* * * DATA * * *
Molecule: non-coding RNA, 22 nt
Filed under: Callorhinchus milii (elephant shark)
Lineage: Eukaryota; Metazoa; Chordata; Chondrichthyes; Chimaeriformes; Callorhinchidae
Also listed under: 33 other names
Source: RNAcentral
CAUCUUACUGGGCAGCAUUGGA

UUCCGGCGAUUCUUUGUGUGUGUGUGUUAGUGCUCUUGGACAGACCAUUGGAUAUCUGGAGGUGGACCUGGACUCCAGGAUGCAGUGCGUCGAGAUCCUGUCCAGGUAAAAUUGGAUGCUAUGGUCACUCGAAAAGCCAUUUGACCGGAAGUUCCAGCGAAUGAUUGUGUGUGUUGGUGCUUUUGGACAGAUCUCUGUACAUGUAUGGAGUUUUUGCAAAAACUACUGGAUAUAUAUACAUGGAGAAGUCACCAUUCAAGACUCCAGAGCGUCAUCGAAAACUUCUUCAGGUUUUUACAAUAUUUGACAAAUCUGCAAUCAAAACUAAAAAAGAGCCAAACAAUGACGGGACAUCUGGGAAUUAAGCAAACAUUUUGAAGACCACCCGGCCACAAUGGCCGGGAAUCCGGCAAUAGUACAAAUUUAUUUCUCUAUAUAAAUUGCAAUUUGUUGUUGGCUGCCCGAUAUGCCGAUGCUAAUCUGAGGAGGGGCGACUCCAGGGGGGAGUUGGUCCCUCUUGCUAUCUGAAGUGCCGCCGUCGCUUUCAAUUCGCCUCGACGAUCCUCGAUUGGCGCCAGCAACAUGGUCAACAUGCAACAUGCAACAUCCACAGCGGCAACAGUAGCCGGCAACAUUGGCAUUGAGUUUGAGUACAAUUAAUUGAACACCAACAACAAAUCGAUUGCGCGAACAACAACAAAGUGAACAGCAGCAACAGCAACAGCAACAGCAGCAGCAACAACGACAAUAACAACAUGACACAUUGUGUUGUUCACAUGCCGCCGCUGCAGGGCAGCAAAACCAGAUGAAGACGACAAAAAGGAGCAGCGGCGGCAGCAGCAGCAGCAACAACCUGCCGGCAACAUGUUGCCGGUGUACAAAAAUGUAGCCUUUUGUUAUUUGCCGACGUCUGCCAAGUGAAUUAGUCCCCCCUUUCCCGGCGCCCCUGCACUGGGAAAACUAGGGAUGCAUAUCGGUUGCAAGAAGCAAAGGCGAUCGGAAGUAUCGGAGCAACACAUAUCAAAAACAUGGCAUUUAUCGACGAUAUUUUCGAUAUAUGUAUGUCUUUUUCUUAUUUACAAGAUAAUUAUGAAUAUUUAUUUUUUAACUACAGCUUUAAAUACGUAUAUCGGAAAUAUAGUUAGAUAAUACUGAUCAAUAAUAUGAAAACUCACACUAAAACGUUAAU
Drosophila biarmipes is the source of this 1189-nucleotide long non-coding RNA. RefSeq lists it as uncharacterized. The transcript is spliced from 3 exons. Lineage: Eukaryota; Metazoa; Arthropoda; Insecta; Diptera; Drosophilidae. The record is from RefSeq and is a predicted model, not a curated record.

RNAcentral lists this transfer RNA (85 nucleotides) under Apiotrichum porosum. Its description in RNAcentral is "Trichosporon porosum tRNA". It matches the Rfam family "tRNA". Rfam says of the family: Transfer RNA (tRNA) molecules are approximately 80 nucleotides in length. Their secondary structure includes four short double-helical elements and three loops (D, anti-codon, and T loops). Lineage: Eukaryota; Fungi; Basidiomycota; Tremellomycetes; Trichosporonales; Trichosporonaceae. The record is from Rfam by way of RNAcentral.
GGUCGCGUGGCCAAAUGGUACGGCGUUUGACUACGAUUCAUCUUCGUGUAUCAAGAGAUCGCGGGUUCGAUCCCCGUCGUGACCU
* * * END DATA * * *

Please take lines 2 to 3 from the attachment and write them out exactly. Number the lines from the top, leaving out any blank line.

Filed under: Callorhinchus milii (elephant shark)
Lineage: Eukaryota; Metazoa; Chordata; Chondrichthyes; Chimaeriformes; Callorhinchidae